Tuesday, February 10, 2009

Buy America Will Create U.S. Jobs. We Need Lots of Jobs

The Buy America provision in the economic recovery package Congress now is finalizing has some rich and powerful voices against it.

AT&T, Dow Chemical, Cisco Systems, IBM, Intel, Microsoft, the Computer and Communications Industry Association and the Consumer Electronics Association sent a letter last week to Senate Majority Leader Harry Reid (D-Nev.) and Senate Minority Leader Mitch McConnell (R-Ky.) saying the provision “will harm American workers and companies across the entire U.S. economy, undermine U.S. global engagement, and result in mirror-image trade restrictions abroad that would put at risk huge amounts of American exports.”

Wrong. Such cries of protectionism are red herrings for the corporate search for the lowest-wage labor possible—at the expense of America’s workers and the U.S. economy.

United Steelworkers (USW) President Leo Gerard sums up Buy America this way:

This isn’t about a trade war. It’s about making sure we’re not putting our jobs out to bid for China.

Buy America would help ensure that our tax dollars funding the economic recovery package are spent on products that are made in America—to the maximum extent possible. When we buy products made in the United States, that creates jobs. And with 3.6 million jobs lost in this country since the recession started in December 2007, job creation is fundamental.

But if the big corporations can’t understand how that works, they can take a lesson from the president. The inauguration of President Obama was not just American-made, but union-made from start to finish. Here are just a few examples from the AFL-CIO Union Label & Service Trades Department about the inauguration:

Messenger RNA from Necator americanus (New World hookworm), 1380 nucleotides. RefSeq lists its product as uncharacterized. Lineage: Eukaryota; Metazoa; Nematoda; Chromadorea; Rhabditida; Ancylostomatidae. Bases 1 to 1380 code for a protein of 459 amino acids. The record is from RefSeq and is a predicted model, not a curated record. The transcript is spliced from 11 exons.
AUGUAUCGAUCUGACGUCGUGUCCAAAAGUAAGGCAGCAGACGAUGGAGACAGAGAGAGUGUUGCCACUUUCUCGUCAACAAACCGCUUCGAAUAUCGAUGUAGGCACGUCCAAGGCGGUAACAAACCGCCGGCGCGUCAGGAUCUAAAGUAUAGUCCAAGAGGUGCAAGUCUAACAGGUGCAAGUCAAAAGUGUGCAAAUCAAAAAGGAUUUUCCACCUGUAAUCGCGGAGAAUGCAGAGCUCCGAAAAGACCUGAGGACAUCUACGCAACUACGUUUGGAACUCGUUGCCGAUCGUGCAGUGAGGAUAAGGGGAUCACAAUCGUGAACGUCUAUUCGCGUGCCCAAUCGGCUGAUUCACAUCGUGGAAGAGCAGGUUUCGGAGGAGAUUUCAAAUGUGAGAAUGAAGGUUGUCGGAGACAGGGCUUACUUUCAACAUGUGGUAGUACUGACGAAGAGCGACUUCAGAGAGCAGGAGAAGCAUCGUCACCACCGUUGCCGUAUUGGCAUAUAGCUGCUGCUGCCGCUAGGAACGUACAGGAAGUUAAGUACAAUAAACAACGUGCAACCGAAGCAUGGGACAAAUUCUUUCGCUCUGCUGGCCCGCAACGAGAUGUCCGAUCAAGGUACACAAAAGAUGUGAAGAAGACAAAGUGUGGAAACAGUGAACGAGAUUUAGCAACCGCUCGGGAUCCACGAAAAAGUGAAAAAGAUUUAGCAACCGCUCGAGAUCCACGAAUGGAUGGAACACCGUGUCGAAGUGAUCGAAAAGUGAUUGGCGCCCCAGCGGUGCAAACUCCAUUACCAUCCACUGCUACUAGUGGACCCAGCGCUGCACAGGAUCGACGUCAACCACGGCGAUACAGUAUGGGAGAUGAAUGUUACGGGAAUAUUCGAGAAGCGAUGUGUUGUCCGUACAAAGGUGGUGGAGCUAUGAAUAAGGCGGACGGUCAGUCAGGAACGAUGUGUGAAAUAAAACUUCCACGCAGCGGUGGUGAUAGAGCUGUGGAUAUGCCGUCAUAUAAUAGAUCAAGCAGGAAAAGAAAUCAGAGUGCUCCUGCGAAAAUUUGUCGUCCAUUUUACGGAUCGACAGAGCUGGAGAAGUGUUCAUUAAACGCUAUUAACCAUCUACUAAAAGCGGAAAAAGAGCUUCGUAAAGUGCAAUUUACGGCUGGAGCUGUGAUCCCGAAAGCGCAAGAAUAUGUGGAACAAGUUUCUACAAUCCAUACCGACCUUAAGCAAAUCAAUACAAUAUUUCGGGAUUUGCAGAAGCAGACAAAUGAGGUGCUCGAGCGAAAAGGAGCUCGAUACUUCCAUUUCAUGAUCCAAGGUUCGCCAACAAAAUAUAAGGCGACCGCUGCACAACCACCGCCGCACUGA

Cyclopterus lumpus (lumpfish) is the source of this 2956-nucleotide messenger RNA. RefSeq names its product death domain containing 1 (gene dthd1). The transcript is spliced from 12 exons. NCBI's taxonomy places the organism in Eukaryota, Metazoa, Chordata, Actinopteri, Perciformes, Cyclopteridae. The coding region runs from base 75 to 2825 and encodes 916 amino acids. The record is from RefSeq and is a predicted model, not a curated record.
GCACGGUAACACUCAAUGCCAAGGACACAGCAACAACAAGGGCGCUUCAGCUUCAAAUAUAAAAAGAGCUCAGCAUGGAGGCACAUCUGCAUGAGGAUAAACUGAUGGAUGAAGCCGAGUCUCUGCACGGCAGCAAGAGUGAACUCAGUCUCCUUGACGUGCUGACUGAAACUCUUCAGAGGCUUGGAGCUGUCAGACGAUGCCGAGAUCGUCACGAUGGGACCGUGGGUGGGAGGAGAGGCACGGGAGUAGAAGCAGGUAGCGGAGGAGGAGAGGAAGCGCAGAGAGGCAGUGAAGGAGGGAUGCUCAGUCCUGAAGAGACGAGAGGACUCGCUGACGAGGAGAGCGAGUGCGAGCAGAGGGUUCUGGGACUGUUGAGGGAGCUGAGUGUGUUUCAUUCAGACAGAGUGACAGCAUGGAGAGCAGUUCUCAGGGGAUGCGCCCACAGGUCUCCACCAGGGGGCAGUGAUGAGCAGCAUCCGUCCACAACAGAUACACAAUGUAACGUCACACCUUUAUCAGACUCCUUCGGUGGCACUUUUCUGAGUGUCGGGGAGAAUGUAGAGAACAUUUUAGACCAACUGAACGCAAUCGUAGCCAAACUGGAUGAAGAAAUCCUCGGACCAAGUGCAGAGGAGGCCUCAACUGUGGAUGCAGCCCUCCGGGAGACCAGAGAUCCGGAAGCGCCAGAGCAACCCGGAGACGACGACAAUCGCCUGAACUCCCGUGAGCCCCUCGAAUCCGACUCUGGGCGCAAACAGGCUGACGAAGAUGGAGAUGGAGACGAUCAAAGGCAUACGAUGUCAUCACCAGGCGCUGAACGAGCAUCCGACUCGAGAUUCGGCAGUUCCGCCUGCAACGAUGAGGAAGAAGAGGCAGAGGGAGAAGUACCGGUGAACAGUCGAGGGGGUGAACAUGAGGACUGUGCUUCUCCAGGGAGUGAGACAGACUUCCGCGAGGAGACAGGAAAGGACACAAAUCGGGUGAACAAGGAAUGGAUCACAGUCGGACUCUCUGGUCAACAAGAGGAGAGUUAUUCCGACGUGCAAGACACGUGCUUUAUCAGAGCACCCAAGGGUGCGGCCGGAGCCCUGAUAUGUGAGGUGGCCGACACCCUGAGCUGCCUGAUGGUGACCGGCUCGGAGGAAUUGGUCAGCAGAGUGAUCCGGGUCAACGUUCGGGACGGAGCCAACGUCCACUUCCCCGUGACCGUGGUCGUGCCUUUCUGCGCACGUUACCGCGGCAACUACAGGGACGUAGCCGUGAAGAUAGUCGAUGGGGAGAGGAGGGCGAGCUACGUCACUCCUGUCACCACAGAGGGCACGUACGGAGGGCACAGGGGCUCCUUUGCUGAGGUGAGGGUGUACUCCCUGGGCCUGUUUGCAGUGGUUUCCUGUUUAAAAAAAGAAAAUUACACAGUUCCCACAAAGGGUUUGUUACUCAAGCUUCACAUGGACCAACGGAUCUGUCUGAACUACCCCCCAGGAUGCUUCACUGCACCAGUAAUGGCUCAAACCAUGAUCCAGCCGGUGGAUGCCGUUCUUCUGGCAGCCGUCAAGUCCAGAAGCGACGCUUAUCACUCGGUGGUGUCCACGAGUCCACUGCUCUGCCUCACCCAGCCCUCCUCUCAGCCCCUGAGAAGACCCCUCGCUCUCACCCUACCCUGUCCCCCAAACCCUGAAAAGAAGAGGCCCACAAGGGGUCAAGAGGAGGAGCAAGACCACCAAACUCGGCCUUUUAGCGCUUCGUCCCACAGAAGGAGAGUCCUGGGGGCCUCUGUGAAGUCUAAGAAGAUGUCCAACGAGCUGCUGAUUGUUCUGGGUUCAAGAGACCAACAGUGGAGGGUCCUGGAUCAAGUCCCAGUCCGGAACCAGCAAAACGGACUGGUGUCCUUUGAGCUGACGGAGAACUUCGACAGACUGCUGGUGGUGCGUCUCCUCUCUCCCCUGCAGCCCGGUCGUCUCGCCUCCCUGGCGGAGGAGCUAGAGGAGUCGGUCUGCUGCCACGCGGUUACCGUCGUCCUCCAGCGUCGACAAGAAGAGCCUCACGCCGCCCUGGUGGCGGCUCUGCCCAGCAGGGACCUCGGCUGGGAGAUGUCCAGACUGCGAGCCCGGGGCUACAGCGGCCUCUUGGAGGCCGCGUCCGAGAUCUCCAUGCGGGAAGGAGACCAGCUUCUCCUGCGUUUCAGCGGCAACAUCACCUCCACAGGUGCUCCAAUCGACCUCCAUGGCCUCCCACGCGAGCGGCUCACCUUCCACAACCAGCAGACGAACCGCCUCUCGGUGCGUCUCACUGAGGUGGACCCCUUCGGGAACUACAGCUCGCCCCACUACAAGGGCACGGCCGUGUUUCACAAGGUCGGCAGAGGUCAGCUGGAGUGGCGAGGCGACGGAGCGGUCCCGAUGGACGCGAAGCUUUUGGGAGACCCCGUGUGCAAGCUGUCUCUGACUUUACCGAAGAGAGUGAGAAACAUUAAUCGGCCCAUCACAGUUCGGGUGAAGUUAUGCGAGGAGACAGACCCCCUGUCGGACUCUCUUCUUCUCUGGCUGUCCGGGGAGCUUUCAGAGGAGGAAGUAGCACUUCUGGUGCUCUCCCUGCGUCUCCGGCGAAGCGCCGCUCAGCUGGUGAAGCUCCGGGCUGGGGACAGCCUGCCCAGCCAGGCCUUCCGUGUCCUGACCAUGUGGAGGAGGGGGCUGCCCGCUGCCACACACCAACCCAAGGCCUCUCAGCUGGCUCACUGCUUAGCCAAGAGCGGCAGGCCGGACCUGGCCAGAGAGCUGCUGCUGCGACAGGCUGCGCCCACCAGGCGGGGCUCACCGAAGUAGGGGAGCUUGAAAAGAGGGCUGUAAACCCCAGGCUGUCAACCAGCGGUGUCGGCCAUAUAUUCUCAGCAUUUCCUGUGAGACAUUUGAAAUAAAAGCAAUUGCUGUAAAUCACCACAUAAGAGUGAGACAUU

• Members of the International Alliance of Theatrical Stage Employees (IATSE) employed by the all-union Hargrove Co., along with electricians, carpen­ters, Teamsters and assorted skilled building trades workers worked for weeks crafting parade floats, and designing and executing d├ęcor for 10 official inaugural balls, a prayer breakfast, dozens of formal dinners and 30 other “unofficial” inaugural events.
  • All official inauguration printed materials—programs, schedules, tickets—carried a union “bug,” indicating members of the Communications Workers of America (CWA), Teamsters Graphic Communications Conference or both produced them.
  • Except for the military bands, musi­cians performing on the official inaugural stand were members of the American Federation of Musicians. Performers entertaining at the various balls were union members as well, as were the sound and lighting engineers and backstage personnel.
  • Hundreds of thousands of spectators who opted for public transportation to the formal inauguration ceremony were served by members of the Amalgam­ated Transit Union who operate the city’s Metrorail and Metrobus systems.

So rather than yelling “trade wars,” Big Business should repeat the following: “Investing in America makes the nation stronger. Investing in America makes the nation stronger…”

--by Tula Connell, AFL-CIO NOW BLOG, Feb 9, 2009

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